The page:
Temecula bans disruptions such as clapping, whistling at public meetings

At a Temecula City Council meeting in August, a brief presentation on the coronavirus vaccine from Temecula Valley Hospital officials was interrupted by loud laughter, boos and jeers.

“People, please show some respect or we will take a recess,” Mayor Maryann Edwards said that night. “If I have to clear the room, I will.”

It was one example of recent disruptive behavior at a public meeting in the city.

On Tuesday, Oct. 12, the Temecula City Council voted 4-1 to approve an ordinance that prohibits conduct at all public meetings that “disrupts, disturbs or otherwise impedes” the session.

Dr. Andrew Ho, a cardiologist and chief of staff at Temecula Valley Hospital, gives a presentation on the coronavirus vaccine on Aug. 10, 2021. His presentation was interrupted by loud jeers and laughter from the audience. (Courtesy photo)

Council Member Jessica Alexander voted no, saying she wanted more clarification.

The new ordinance provides specific examples of “disruptive” behavior, such as speaking out of turn or after time has expired, interrupting a presentation or public comment, and addressing the audience rather than council members.

It also prohibits actions such as clapping, whistling, waving signs, wearing masks or costumes that could impede the meeting, as well as throwing objects, according to the ordinance.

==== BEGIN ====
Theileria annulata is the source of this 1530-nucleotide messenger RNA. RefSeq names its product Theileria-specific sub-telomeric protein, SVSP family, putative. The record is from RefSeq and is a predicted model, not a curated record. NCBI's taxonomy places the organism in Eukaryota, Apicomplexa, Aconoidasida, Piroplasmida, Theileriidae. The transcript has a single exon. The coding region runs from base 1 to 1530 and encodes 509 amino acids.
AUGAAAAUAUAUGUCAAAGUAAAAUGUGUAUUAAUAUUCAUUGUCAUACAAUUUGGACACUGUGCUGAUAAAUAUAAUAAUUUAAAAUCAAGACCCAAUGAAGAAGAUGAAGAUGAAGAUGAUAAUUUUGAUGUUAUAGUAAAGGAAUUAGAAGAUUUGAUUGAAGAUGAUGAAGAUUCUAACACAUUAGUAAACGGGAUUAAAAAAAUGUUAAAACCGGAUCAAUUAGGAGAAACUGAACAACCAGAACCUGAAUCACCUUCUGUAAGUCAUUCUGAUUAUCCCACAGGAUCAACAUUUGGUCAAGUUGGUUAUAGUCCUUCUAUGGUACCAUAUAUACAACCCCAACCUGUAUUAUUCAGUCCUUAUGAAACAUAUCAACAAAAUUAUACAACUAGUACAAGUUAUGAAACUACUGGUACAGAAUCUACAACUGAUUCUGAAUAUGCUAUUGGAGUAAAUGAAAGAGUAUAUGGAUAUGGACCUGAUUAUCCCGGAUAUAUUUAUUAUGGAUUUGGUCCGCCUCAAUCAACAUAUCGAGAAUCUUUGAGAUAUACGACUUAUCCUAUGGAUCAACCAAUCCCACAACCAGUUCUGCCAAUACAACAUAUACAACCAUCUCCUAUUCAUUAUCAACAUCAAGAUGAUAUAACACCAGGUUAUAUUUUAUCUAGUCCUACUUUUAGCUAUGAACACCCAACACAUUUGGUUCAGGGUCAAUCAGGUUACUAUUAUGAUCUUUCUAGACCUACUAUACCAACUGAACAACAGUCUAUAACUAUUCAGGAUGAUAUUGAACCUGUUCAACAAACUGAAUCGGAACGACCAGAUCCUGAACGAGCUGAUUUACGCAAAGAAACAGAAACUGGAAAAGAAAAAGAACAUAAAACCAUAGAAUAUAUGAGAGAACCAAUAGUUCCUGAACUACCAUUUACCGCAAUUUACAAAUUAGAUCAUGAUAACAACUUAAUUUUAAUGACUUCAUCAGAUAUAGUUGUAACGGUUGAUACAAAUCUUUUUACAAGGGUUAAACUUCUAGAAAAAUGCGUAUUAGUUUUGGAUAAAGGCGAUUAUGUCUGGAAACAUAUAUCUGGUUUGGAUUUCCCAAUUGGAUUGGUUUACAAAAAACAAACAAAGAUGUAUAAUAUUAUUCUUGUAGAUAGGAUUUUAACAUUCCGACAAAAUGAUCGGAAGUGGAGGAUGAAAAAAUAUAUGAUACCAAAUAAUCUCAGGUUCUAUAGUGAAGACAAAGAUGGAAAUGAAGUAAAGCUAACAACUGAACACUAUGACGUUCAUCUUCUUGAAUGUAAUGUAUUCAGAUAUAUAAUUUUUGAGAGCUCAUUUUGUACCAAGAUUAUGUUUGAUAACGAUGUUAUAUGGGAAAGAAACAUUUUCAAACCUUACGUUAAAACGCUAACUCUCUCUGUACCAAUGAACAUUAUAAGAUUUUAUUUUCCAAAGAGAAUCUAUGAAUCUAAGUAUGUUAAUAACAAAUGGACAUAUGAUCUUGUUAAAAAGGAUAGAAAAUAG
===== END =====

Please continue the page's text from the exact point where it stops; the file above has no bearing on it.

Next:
If anyone causes a disruption at public meetings, the mayor, a majority of council members or a presiding officer can issue an order for a warning, a recess in the meeting or the barring from or removal of a person from the session by a law enforcement officer.

If a meeting is interrupted by a person or a group, the ordinance states, the council may also order the room to be cleared so the meeting can continue.

The ordinance also states that a person who still refuses to cooperate may be prosecuted under California’s Penal Code Section 403 for a misdemeanor. The person may also be fined.

The city’s action is an update to its municipal code and clarifies that conduct at public meetings be “consistent with the law,” Edwards said at a late September meeting, when she and Mayor Pro Tem Matt Rahn introduced the ordinance.

Rahn also tried to stop the Aug. 10 jeering of Dr. Andrew Ho, a cardiologist and chief of staff at the Temecula hospital. As Ho discussed the vaccine’s effectiveness and urged residents to get the shot, some in the council chambers loudly voiced their disapproval of the remarks.

Rahn told the audience: “This is not how we act in the city of Temecula.”

At Tuesday’s meeting, Council Member James “Stew” Stewart said it was “important for everybody who is going to hear the ramifications of this ordinance.”

In an interview, First Amendment Coalition Executive Director David Snyder called the ordinance “specific, and yet so broad.”

He said there are already laws that prevent disruptive behavior in government meetings.

Public agencies have a right to maintain order to ensure that business can be done efficiently, but some actions allowed under the ordinance could be “potentially unlawful,” Snyder said.

“It could have a real chilling effect on people’s ability or willingness to express themselves, and suggests there’s a broad range of activities that might subject someone to punishment,” he said.

“It’s not uncommon for entities to have rules of decorum,” Snyder said. “But I haven’t seen something that’s this detailed. Depending on how this is enforced, it could run afoul of First Amendment protections. If they’re actually going to punish someone by way of kicking them out of a meeting, that could be a First Amendment violation.”

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